Wednesday, December 17, 2014

Sometimes Choirs Need Practice Too...

My final presentation dates of the year were excellent learning opportunities for me as I spent one day with the Guidance Counselors, Special Education teachers, Student Success teachers, Social Workers, and CYC workers. We were looking at creating successful pathways with an emphasis on relationship building and connecting this to the work of schools. My point was that relationship building IS the work of schools and the group was largely in agreement. We talked about who's doing what, how they are collecting information on students, what information they are collecting, and what they are doing with the information.

During a break, someone politely asked why I was preaching to the choir. I replied, "Because some of you have stopped singing." The person explained some of the struggle in getting buy-in from classroom teachers who seemed to want to be dismissive of any student who stepped outside the expected requirements for all students. These teachers were quick to send students out of class, penalize their tardy performance, and expect the specialists to “fix” them.  My point is that the collective commitment of a staff has to be built by the staff. When the choir stops singing, the silence is deafening. Collegial influence backed up by evidence of progress on the part of the student will carry more weight than any inspiration I might provide.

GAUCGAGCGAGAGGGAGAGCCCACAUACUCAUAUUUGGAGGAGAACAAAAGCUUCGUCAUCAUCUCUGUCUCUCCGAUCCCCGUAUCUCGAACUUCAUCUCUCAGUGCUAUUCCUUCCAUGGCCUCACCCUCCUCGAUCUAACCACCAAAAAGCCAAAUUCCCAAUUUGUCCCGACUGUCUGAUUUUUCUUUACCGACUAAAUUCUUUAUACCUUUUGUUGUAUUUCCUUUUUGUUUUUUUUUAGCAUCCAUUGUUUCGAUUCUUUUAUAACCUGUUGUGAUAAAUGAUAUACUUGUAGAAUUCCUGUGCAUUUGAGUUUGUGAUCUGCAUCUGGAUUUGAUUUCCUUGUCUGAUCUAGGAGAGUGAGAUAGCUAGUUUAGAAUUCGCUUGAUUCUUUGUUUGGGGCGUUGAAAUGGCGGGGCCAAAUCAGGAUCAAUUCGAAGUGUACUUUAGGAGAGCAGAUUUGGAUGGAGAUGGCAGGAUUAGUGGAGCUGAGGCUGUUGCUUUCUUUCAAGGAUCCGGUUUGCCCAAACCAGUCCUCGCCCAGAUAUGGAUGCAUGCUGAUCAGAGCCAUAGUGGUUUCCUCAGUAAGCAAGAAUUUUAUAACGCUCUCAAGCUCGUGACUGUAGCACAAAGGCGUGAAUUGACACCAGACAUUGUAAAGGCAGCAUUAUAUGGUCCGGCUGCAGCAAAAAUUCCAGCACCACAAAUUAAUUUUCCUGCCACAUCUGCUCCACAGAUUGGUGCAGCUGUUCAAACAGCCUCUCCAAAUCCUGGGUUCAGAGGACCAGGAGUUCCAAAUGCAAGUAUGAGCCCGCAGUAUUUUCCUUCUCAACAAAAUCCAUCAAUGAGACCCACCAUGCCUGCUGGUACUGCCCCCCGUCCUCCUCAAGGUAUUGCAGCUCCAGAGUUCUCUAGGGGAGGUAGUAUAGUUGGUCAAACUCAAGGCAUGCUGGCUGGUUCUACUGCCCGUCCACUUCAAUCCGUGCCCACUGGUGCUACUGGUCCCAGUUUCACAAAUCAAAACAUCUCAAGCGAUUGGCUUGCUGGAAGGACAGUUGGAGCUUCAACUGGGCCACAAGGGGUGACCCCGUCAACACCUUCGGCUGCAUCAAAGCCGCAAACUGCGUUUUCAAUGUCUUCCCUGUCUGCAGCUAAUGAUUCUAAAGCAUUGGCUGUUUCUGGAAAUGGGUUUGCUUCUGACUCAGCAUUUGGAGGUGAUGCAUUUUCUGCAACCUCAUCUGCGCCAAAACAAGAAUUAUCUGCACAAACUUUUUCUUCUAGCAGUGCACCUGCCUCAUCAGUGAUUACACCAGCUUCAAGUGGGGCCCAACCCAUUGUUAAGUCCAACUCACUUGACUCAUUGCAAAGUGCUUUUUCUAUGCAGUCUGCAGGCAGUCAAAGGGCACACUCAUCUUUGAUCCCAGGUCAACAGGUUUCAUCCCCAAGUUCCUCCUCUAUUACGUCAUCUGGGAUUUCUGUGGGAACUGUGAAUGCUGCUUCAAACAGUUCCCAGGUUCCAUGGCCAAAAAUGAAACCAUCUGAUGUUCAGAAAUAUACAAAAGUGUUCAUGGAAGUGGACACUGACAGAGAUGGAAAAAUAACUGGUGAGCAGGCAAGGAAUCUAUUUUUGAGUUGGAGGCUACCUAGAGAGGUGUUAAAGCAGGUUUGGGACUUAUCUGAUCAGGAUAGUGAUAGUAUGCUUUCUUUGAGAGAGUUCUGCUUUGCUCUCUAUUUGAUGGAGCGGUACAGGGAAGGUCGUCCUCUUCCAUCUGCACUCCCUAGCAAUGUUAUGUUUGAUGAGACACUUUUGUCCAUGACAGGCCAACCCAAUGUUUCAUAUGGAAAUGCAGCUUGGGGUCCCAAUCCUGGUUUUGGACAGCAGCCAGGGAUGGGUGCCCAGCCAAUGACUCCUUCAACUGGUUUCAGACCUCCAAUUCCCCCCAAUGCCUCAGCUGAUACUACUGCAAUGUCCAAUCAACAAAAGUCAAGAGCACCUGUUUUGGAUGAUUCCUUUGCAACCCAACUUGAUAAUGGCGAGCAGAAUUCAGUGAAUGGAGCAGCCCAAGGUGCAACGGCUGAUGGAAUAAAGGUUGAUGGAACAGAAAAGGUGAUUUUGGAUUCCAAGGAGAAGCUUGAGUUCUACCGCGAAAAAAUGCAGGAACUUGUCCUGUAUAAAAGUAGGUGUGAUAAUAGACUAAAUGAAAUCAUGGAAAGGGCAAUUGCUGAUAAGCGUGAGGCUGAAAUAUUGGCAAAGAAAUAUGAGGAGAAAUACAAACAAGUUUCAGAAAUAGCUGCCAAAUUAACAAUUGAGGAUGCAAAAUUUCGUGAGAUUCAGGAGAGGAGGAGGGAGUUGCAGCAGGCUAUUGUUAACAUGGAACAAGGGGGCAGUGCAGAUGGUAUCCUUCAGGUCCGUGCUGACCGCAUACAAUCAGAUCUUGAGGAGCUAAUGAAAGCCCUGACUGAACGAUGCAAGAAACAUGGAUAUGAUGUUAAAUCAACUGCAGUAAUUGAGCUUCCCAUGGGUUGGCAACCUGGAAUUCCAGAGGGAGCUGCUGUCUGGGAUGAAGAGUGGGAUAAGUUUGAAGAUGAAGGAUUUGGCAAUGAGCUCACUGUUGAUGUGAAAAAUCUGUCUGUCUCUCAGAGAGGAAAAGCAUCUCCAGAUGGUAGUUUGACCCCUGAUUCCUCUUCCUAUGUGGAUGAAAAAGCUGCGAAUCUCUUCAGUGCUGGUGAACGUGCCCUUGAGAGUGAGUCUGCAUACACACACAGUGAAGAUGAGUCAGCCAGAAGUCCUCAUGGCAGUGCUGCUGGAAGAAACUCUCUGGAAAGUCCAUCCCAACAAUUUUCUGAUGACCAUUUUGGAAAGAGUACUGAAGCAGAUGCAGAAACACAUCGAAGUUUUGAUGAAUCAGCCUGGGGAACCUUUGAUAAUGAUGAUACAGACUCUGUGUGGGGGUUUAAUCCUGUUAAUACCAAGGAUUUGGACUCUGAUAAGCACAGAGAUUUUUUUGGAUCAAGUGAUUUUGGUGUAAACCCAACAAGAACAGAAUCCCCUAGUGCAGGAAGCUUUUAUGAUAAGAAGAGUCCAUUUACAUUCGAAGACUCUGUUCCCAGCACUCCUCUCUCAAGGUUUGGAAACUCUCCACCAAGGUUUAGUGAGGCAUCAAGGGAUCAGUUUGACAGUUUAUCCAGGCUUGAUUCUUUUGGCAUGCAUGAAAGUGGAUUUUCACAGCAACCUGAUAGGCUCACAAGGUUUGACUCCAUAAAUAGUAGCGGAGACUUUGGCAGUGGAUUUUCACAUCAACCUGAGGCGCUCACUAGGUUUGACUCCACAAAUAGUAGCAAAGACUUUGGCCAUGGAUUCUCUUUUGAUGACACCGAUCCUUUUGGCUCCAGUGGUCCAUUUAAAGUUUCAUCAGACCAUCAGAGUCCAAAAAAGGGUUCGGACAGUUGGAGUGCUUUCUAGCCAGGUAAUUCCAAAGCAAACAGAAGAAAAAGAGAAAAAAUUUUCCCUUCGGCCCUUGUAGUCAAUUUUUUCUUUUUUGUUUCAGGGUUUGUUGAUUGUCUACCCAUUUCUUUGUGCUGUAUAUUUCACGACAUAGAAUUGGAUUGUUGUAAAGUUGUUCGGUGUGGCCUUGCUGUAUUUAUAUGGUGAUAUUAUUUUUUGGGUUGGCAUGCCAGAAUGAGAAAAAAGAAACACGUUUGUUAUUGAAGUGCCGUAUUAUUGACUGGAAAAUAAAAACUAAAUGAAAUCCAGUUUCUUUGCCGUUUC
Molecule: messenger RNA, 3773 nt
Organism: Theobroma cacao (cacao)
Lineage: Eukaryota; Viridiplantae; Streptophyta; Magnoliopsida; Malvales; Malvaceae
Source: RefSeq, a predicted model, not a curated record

After I tweeted out the original comment, a colleague, Diane Goodman (@dianegoodman701) sent out another key reminder when she said, “and sometimes choirs sing out of sync with the director - creating noise, not music‬.” Another key component of collective commitment is to have the leader engaged, ensuring that the team is all using the same songbook and that the desired outcome is to make great music together.

Sometimes, choirs need practice too.

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